Sunday, March 31, 2013

Easter Encore

Here is a repost from 2011. 

Cheer up, friends and neighbors,

Now it's Eastertide.
Stop from endless labours,
Worries put aside:
Men should rise from sadness,
Evil, folly, strife,
When God's mighty gladness
Brings the earth to life.

Out from snow drifts chilly,
Roused from drowsy hours,
Bluebell wakes, and lily:
God calls up the flowers!
Into life he raises
All the sleeping buds;
Meadows weave his praises,
And the spangled woods.

All his truth and beauty,
All his righteousness,
Are our joy and duty,
Bearing his impress:
Look! the earth waits breathless
After winter's strife:
Easter shows man deathless,
Spring leads death to life.

Ours the more and less is;
But changeless all the days,
God revives and blesses,
Like the sunlight rays.
'All mankind is risen,'
The Easter bells do ring,
While from out their prison
Creep the flowers of spring!

--#147 from the Oxford Book of Carols

This particular song took the children's fancy when they were quite small. They dug it out of the Oxford Book of Carols and, being unable to read music, sang it to the tune of a Christmas carol. In the last line of the second verse, in order to preserve the rhyme, they used to pronounce "splangled wood" as "spangl├ęd wud," a usage which passed into family vocabulary. Fillius gave me a rousing rendition of it as we drove home from Mass this morning, bringing a nostalgic tear to his mother's eye.

2013 Update: Fillius came caroling down the stairs this morning lifting my heart which had been rather low last night: lo, the power of words, music, and memory. 

A blessed Easter to one and all!

Tuesday, January 24, 2012

"Katy was naturally fond of reading. Papa encouraged it, He kept a few books locked up, and then turned her loose in the Library. She read all sorts of things: travels, and sermons, and old magazines. Nothing was so dull that she couldn't get through with it. Anything really interesting absorbed her so that she never knew what was going on about her. The little girls to whose houses she went visiting had found this out, and always hid away their story-books when she was expected to tea. If they didn't do this, she was sure to pick one up and plunge in, and then it was no use to call her, or tug at her dress, for she neither saw nor heard anything more, till it was time to go home."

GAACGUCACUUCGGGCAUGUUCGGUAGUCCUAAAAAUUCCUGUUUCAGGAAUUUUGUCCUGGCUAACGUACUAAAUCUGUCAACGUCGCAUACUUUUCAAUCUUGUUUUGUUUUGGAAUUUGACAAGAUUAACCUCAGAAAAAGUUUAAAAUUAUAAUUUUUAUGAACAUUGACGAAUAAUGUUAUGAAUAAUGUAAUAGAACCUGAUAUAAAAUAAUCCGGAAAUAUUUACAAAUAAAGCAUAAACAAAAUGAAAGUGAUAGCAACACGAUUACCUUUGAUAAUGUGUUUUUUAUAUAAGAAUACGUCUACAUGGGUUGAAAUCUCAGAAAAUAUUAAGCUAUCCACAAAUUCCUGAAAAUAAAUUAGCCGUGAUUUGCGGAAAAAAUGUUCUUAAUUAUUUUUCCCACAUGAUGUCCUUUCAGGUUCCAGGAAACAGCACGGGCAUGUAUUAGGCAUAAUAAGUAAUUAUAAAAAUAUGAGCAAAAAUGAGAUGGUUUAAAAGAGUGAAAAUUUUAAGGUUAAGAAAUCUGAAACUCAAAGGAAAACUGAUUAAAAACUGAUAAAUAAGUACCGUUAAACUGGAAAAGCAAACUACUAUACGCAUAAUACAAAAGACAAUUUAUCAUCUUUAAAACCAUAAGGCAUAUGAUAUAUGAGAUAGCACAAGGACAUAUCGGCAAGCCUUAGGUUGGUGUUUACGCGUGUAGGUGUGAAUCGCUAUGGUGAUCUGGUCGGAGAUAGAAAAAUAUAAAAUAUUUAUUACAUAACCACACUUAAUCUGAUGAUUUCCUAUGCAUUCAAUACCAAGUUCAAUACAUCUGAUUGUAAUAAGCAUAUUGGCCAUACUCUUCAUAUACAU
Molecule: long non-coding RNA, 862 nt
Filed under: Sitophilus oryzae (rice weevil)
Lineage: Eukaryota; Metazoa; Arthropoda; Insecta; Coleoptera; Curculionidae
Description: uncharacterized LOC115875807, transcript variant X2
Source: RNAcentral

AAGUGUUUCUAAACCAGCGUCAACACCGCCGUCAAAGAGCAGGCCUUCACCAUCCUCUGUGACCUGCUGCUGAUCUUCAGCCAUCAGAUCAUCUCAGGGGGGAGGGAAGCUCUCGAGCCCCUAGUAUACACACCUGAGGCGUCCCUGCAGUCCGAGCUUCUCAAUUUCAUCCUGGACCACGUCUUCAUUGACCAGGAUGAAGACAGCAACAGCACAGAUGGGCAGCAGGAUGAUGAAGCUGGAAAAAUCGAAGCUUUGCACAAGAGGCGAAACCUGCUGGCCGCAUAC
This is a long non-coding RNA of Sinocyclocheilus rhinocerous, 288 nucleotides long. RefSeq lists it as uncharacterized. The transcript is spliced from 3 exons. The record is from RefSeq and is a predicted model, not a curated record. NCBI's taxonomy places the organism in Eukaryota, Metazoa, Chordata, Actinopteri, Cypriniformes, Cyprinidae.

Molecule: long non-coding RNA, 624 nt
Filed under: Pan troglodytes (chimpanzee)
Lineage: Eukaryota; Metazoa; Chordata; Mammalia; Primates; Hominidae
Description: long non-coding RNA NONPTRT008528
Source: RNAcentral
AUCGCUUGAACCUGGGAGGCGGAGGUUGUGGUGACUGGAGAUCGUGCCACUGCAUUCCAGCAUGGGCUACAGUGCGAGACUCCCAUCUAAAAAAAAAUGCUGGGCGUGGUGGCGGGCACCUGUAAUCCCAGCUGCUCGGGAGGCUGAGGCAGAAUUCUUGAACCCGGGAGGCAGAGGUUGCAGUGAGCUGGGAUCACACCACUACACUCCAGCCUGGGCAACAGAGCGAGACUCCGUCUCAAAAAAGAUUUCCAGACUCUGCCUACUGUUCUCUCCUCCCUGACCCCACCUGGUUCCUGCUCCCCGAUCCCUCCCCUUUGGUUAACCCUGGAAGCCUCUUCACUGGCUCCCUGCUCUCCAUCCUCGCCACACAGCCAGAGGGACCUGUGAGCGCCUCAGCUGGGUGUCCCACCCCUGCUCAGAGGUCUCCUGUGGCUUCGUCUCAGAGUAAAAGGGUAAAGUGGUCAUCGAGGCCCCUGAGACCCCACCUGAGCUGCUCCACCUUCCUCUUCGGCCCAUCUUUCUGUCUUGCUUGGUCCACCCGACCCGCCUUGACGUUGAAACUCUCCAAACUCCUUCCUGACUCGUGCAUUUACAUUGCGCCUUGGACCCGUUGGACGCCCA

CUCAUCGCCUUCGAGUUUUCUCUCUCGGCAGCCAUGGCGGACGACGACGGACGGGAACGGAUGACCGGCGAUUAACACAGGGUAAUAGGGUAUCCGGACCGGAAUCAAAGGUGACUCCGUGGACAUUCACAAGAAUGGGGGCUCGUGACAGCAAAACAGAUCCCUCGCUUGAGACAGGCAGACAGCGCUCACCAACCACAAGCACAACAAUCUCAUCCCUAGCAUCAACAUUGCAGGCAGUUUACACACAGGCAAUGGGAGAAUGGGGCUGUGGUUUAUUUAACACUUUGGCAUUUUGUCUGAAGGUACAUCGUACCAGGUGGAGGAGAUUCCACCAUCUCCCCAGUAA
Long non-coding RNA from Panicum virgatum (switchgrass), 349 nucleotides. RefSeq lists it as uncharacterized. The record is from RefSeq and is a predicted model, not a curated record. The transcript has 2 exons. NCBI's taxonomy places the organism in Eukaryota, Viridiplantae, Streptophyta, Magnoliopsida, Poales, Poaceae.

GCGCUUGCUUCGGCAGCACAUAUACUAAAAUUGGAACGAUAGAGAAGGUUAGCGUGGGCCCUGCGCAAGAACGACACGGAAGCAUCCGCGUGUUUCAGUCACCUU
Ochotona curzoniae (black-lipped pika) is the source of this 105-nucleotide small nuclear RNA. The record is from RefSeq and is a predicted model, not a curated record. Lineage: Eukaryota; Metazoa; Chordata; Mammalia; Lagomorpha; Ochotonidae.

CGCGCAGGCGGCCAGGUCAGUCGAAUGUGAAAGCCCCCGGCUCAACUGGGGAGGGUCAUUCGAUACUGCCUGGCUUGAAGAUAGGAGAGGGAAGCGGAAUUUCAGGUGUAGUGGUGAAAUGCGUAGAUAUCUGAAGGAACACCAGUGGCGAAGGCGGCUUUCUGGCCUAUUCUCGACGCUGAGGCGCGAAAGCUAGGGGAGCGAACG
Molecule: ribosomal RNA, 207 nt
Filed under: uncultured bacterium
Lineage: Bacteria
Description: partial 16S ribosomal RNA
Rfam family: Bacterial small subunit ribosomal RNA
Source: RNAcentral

--What Katy Did by Susan Coolidge, 1872.

I always enjoy meeting kindred spirits, even when it's only between the pages of a book.

Monday, August 22, 2011

A Really Weird Summer

A Really Weird Summer by Eloise Jarvis McGraw

I found this book on the "For Sale" rack at the public library, and I snatched it up because I've loved every other book by this author which I've ever read.

It's a story about four siblings who have been sent to spend the summer with a great aunt and uncle while their parents are working out the details of their divorce. All of the kids are miserable at being removed from their home, friends, and neighborhood. And they are sooo bored. And then certain elements creep into the story which seem to indicate that this will either be a fantasy or a book with supernatural bits. But alas! It all turns out to be merely psychological.

The eldest, Nels, is coping with the pressures of having to parent the younger children while himself grieving over his parents' abandonment. And he's secretly worrying about where and with whom they'll all be living after the summer ends. Unbenownst to his siblings, their father has privately proposed that Nels go to live with him in Alaska after the divorce. Nels doesn't know what he wants to do, and as the summer progresses, withdraws further and further from his brothers and sister. Then he discovers a wonderful secret and a perfect friend. Or has he?